So a few years ago (crap, 11!!) I sent in a write-up of racing an S2 7.9 in an event called the 100 Miler. Some may recall, the race is not in fact 100 miles, it is about 42nm, though way back before the internet, GPS and even cable TV, they did do 2 laps of the course. For the last few years, we have gone around on my mid-80’s C&C mostly for the camaraderie of friends who have been sailing together and against each other for probably about 30 years.
The race starts and finishes in Menominee, MI. For the spinnaker fleet, the course is roughly a parallelogram, first heading south around a couple shoal buoys of a small island, then northeast for about 15 miles, wiggling around a mid-channel buoy, into a bay and around an island, while staying off the rocky shoreline of Wisconsin’s Door County Peninsula (part of the Niagara Escarpment formed during the last Ice Age, for those geologically inclined), then northwest around the north end of another island, and then SW back to Menominee.
The race is run the Saturday after the Chicago-Mac and host M&M YC regularly gets a few Mac boats to come and play. This year’s timing meant that the race was held at the same time the upper Midwest USA was experiencing 90F+ temps and 70F+ dew points on the edge of the upper jet flow, with fronts drifting south and back north during much of week leading up to the race.
Friday night prior to the race, storms came through about 10PM. Pretty much all knew it was coming via weather apps and NOAA warnings, but the lightning show announced its approach as well. About 20 minutes after the first wave, a second cell came through, with winds of 35-50, first from the west and eventually clocking east. Just to the south of the marina, NOAA estimated 100mph winds.
East winds on western Lake Michigan push the water west, and with near record water levels, boats tied on the marina wall struggled to keep fenders working and avoid hull damage as water came within 3-4” off the top of the wall. A few cruisers in the harbor ended up with shredded furlers. Eventually storm passed and most of the fleet hoped that would be the end of storms for the weekend.
Race day dawned foggy and still. Most of the fleet meandered around the start area as the RC went into postponement.
Eventually enough wind filled in to get the fleet going, with light winds generally out of the south. NOAA forecast was north 5-10 veering NE, and for severe weather to stay mostly south of a highway 45 miles to our south………
We went up the shoreline with a light #1, tacked out to round the first mark and were pretty much right in the thick of the fleet. Then we started to hear thunder. Some of the crew was hopeful it was just really big dump trucks on shore, but they kept getting louder. About this time, a J-80 and Mystic 29 decided discretion was order of the day and headed back. They were the smart ones.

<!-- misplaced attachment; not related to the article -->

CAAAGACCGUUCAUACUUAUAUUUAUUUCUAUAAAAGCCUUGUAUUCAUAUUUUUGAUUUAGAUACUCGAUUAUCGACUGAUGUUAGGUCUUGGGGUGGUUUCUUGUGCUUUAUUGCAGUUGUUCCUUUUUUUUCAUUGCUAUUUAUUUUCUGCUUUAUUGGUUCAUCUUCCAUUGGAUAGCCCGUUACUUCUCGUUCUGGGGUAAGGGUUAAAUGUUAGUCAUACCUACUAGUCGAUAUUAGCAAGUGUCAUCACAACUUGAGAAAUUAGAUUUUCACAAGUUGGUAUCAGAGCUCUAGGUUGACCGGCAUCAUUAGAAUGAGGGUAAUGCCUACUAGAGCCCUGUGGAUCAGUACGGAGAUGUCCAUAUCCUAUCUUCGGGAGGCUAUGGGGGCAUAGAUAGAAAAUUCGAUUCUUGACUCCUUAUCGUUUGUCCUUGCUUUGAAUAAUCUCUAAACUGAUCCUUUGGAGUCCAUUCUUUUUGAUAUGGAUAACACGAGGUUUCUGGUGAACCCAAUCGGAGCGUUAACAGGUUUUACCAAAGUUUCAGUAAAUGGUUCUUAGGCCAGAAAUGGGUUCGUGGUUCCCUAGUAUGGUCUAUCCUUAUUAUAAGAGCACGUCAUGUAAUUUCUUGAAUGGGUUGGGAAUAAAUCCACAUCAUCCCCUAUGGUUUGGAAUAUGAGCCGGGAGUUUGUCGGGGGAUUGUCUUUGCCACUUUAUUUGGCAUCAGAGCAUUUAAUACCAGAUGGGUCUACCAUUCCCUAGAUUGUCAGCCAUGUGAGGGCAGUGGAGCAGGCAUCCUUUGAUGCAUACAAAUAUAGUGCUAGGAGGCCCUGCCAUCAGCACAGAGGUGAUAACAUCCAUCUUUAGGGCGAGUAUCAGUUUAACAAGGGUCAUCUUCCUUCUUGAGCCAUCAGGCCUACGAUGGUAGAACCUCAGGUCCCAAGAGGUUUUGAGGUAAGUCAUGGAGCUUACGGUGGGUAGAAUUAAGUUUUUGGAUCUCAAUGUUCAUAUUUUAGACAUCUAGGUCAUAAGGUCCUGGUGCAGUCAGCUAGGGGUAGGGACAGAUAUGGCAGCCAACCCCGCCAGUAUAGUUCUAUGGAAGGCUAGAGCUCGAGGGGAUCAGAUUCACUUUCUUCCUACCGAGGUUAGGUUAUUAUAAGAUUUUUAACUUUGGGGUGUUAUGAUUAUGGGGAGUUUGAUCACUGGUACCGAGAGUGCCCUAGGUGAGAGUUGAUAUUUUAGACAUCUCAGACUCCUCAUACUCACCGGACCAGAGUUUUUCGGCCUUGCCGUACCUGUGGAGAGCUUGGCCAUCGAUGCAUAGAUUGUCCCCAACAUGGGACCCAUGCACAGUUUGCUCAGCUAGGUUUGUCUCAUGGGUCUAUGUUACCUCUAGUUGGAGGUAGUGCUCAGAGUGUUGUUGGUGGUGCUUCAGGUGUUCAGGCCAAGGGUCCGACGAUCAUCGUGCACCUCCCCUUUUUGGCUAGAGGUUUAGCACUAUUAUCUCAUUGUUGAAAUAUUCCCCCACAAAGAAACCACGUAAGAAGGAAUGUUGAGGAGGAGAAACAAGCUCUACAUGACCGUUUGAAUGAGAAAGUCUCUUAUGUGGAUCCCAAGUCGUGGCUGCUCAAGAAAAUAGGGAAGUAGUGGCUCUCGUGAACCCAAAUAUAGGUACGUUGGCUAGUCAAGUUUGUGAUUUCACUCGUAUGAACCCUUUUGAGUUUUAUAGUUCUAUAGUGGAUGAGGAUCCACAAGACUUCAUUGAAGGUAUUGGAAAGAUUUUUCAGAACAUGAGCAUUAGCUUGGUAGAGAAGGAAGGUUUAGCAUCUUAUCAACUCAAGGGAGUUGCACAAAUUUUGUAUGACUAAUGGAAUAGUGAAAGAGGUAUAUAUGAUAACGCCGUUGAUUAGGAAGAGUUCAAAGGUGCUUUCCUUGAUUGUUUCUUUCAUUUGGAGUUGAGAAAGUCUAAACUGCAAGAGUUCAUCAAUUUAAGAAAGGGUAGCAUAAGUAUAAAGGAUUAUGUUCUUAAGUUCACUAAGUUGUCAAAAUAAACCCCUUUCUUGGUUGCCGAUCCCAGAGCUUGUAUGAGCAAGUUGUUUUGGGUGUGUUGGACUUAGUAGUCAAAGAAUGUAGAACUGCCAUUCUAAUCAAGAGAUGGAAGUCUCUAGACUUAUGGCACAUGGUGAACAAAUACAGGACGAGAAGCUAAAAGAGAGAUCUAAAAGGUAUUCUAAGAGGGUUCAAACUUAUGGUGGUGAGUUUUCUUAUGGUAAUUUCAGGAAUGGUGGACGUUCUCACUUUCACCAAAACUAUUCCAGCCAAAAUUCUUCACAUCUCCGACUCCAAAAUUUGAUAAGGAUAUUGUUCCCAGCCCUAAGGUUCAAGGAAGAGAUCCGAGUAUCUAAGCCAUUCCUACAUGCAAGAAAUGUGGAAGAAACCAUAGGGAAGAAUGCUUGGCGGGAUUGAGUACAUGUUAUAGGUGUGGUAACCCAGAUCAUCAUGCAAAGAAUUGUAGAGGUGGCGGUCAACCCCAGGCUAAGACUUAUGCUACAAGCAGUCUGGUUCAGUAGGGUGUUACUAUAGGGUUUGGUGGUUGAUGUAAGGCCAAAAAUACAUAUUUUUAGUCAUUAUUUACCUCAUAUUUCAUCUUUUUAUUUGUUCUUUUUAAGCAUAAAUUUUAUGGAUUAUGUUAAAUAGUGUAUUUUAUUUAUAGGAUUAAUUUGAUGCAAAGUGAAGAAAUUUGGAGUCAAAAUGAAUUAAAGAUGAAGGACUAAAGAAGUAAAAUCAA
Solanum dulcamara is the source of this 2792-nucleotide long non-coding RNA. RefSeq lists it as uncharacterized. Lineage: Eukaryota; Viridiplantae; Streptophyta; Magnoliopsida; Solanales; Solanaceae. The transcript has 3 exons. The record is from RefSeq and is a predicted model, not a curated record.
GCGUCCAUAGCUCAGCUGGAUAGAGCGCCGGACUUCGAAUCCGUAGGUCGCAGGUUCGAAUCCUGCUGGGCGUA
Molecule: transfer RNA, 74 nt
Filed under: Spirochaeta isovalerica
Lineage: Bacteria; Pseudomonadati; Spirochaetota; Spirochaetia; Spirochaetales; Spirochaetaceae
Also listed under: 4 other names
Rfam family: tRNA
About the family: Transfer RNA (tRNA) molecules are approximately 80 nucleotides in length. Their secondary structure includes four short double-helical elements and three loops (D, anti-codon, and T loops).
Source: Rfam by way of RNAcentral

First wave hit and we changed down straight from light 1 to a #2, and for 30 minutes went 7-10 knots before wind crapped out again. Made it around second mark with the windex doing 360’s, the flies feasting and eventually a very light westerly filled. A couple boats behind us popped chutes and we went with the 0.5 oz, shortly to find that maybe wasn’t our smartest sail selection. Couple of guys watched radar on their phones and reported (hoped) the worst would slide south of us. We got to about 10 knots and quarter mile from next mark when the boats behind started wiping out. Called for douse, someone asked about jib up and I somewhat firmly said get the kite down NOW.
Got it down just in time without too much trouble, and by now it was blowing 35, we were doing 10 with just the main, visibility was down to a couple hundred feet and the rain hurt. Initially we continued past the mark as we had 7-8 miles of water we could use up. However, that was going to get eaten up pretty quickly, so elected to do a 270 turn to head up rhumb line, managed to put in 2 reefs, hoping it would subside soon, while keeping mutiple eyes on the water for any other boats
After about another 10-15 minutes of 35-50 and hitting 13 knots, we decided to call it a day before something or someone got hurt. Trying to maneuver up course with rocks a half mile to leeward did not seem like a lot of fun. And we do this sailing thing for fun; certainly not for all the prize money.
We started the engine, got the main down rest of way, but still had to “motor tack” back for part of the return to avoid pounding into the waves. Guys down below reported a lot of chatter on the radio, but mostly static.
As it turned out, only 8 boats out of 30 finished the race. Many reports of blown out sails, one tattered main on a 49 footer, damaged partners on another 40+ footer, a sheared off rudder resulting in a Coast Guard tow and requisite inspection, and several boats seeking harbor on the WI side. NOAA regional event report from race day. Congrats to all who finished as all who made it home safely. Results here.
For all the damaged equipment and wounded prided of bailing out (including ours), fortunately no one was injured or worse across the entire fleet.
Many thanks to all the volunteers at M&M YC and US Coast Guard Group Sturgeon Bay And big thanks to my crew on board who took it all in stride! Since we are all not quite of the millenial generation and don’t spend much if any time on social media, I won’t name names to protect what is left of our pride. We look forward to seeing everyone next year! – Anarchist Steven.